Extortion with governmental backing is still extortion.
Wednesday morning, the members of City Council finally voted on whether to approve the Cincinnati Children’s Hospital expansion in Avondale. By a vote of 6-3 — with Yvette Simpson, Wendell Young, and Charlie Winburn all abstained from voting, effectively voting “No” — the hospital measure passed. It was also supported by the Mayor, John Cranley. The measure allows Children’s Hospital to move forward on the expansion priced at well over $500 million, and maybe even upwards of $600 million. Not only would Avondale directly benefit in terms of job creation and business development, but part of that lump sum will be allocated to the neighborhood.
The Avondale Community Council will likely use the $11.5 million to fund housing projects and fill various other needs. On top of all that, the deal does not use any public funds — which is a rarity in this day and age of reckless spending by council [read: Streetcar]. With everything considered, this seems to be a deal both parties, and all factions, can get behind and push forward in a smooth manner. That is apparently not the case.
Hidden agendas are the rule, rather than exception, in politics. Yet this apparent hidden agenda is obstructing good policy from being conducted. Young, along with Simpson and Winburn, missed the originally scheduled vote. But Young was the only one without an excuse. Only three days, spanning the 62 days in July and August, had official council business scheduled. Skipping one of the few workdays — and one pertaining to something as important as the Children’s Hospital, no less — is not a good look in an election year. Councilman Young was even seen that night out campaigning at National Night Out.
Not only did Young disrespect those who elected him, he also disrespected his fellow Councilmember, Yvette Simpson. The mayoral candidate missed the vote as well due to a family emergency. Young had to have known that his absence would prevent the chamber from reaching the required quorum to hold a vote. But clearly the matter at hand, a vote dictating the future of a children’s hospital, was not important enough to him. If that does not paint an apathetic picture of Young’s attitude towards this issue, his actions Monday paint one deserving of much more concern.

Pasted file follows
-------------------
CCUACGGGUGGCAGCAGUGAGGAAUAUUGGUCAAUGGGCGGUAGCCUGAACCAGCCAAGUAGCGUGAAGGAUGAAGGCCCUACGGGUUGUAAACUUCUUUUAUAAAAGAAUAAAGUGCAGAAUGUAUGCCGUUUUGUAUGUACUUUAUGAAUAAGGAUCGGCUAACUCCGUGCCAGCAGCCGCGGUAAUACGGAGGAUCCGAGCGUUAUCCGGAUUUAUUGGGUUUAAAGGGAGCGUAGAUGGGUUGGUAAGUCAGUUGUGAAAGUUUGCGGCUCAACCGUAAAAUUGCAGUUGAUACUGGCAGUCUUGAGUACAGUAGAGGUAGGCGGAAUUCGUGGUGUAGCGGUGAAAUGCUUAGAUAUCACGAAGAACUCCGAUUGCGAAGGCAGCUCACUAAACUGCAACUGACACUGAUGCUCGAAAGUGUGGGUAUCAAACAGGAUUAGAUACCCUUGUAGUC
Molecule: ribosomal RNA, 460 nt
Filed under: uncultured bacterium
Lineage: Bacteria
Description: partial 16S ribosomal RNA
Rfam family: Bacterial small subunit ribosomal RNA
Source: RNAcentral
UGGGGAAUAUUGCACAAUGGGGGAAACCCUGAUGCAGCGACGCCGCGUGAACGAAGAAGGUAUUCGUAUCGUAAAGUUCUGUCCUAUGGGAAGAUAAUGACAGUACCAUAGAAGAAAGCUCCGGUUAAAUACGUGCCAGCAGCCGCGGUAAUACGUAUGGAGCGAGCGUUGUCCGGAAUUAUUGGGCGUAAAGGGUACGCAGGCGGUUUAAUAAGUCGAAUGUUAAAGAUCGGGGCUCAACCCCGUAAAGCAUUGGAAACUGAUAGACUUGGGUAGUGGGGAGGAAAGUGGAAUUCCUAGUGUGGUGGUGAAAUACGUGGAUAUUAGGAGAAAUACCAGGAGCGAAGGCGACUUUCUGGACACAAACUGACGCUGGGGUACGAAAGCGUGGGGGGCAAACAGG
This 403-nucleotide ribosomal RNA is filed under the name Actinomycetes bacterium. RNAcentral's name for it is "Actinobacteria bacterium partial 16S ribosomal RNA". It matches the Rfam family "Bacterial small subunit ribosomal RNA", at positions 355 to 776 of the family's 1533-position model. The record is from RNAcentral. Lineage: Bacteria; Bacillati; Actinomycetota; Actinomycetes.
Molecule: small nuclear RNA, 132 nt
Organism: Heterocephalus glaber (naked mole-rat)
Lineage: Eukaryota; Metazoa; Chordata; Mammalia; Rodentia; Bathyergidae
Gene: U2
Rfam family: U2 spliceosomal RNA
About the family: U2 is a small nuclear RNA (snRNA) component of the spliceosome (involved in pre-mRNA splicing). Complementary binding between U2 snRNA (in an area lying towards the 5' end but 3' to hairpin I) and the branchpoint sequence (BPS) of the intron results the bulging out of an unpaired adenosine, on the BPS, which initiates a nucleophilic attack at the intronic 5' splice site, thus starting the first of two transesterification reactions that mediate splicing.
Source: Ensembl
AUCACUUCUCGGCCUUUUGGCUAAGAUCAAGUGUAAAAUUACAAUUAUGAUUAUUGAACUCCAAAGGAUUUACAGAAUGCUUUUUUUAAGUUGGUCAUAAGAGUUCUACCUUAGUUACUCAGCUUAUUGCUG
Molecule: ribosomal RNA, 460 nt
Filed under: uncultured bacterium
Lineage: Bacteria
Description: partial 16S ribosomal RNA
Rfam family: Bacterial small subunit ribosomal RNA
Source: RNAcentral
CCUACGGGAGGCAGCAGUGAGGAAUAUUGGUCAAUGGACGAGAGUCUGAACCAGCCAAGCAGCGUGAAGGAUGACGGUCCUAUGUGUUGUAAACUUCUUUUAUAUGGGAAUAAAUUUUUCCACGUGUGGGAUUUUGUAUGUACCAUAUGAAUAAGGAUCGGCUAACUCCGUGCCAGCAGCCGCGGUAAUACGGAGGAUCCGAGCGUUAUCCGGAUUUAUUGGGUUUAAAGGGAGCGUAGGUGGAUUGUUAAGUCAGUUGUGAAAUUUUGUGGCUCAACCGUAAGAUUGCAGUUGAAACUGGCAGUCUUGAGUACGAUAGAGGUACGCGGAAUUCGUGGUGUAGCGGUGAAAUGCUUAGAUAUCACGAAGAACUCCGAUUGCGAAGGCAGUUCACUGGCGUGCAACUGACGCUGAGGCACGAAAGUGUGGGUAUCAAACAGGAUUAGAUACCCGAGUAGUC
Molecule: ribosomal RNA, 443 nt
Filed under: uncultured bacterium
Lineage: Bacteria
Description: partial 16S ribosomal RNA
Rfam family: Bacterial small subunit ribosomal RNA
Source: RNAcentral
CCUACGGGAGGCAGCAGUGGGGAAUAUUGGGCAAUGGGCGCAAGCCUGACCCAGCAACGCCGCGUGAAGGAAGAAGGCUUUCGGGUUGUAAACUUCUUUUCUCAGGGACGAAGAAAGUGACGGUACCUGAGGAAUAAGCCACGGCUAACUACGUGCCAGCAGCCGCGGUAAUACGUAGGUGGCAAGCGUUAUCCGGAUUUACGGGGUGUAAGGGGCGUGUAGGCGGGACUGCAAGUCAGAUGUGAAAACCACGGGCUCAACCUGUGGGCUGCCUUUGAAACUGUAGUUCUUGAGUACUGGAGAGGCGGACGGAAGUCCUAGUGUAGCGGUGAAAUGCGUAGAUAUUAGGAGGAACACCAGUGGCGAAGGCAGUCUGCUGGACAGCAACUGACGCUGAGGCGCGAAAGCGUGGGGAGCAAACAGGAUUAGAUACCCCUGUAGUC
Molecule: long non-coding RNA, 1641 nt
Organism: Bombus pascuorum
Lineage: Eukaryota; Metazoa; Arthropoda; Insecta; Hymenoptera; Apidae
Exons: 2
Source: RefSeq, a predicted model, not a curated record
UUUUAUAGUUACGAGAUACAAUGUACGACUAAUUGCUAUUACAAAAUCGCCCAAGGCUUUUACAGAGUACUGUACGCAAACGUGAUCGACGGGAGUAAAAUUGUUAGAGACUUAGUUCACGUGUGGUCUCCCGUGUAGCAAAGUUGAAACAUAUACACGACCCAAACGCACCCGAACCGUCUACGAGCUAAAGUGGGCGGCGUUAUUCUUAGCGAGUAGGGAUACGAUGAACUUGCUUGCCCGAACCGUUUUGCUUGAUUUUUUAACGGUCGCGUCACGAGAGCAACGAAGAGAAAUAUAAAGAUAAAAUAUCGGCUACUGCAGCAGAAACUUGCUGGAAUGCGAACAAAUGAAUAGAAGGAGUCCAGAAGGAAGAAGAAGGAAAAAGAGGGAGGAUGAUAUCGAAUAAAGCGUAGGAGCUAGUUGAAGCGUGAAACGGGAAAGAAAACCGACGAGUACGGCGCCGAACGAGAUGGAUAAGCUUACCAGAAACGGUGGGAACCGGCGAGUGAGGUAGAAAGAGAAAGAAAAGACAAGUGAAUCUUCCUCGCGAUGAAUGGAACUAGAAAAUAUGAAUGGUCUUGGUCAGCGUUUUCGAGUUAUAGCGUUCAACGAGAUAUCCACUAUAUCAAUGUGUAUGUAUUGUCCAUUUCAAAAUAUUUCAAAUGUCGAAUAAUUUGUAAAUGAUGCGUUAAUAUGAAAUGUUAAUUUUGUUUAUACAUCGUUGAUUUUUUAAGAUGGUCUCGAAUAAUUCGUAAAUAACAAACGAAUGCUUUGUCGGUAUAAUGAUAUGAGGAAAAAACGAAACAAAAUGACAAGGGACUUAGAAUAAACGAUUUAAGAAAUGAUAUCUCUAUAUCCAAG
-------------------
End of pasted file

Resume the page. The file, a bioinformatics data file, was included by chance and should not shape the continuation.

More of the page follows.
“Simpson seeks to use her political clout to force a Boss Tweed-like coercion upon the hospital.”
Young, alongside Yvette Simpson, offered up a motion more closely resembling extortion, than responsible policy. Their motion — not adopted by Council in the vote this morning — would have forced the hospital to pay more than double what they have already pledged to give the neighborhood of Avondale. This would amount to anywhere from $27.5 million to $32.5 million. Such donations in the past, like Chicago’s East Side, merely lined the pockets of political cronies. Councilman Chris Smitherman dubbed the Simpson/Young motion a “shakedown.” Smitherman seems to be accurate in this assertion, as Simpson seeks to use her political clout to force a Boss Tweed-like coercion upon the hospital. One way or another, that’s cronyism. Cronyism could be playing a role, but a far more likely reason sits just three months away.
Having shocked the city in her primary victory over incumbent Mayor, John Cranley — Yvette Simpson seems to be desperate to maintain her momentum, and preserve her lead, come November 7th. With this in mind, she has positioned herself as a contrarian. Should Simpson’s efforts have succeeded, an incredible amount of pork would have been attributed to her efforts, as well as the solidification of herself as the anti-John Cranley. I am sure the latter to be far more important to her anyway. Unseating an incumbent is a difficult feat, and providing clear contrast is important. Simpson is succeeding in providing contrast — only in this instance, Cranley comes out as the adult, and she labels herself the juvenile extortionist.
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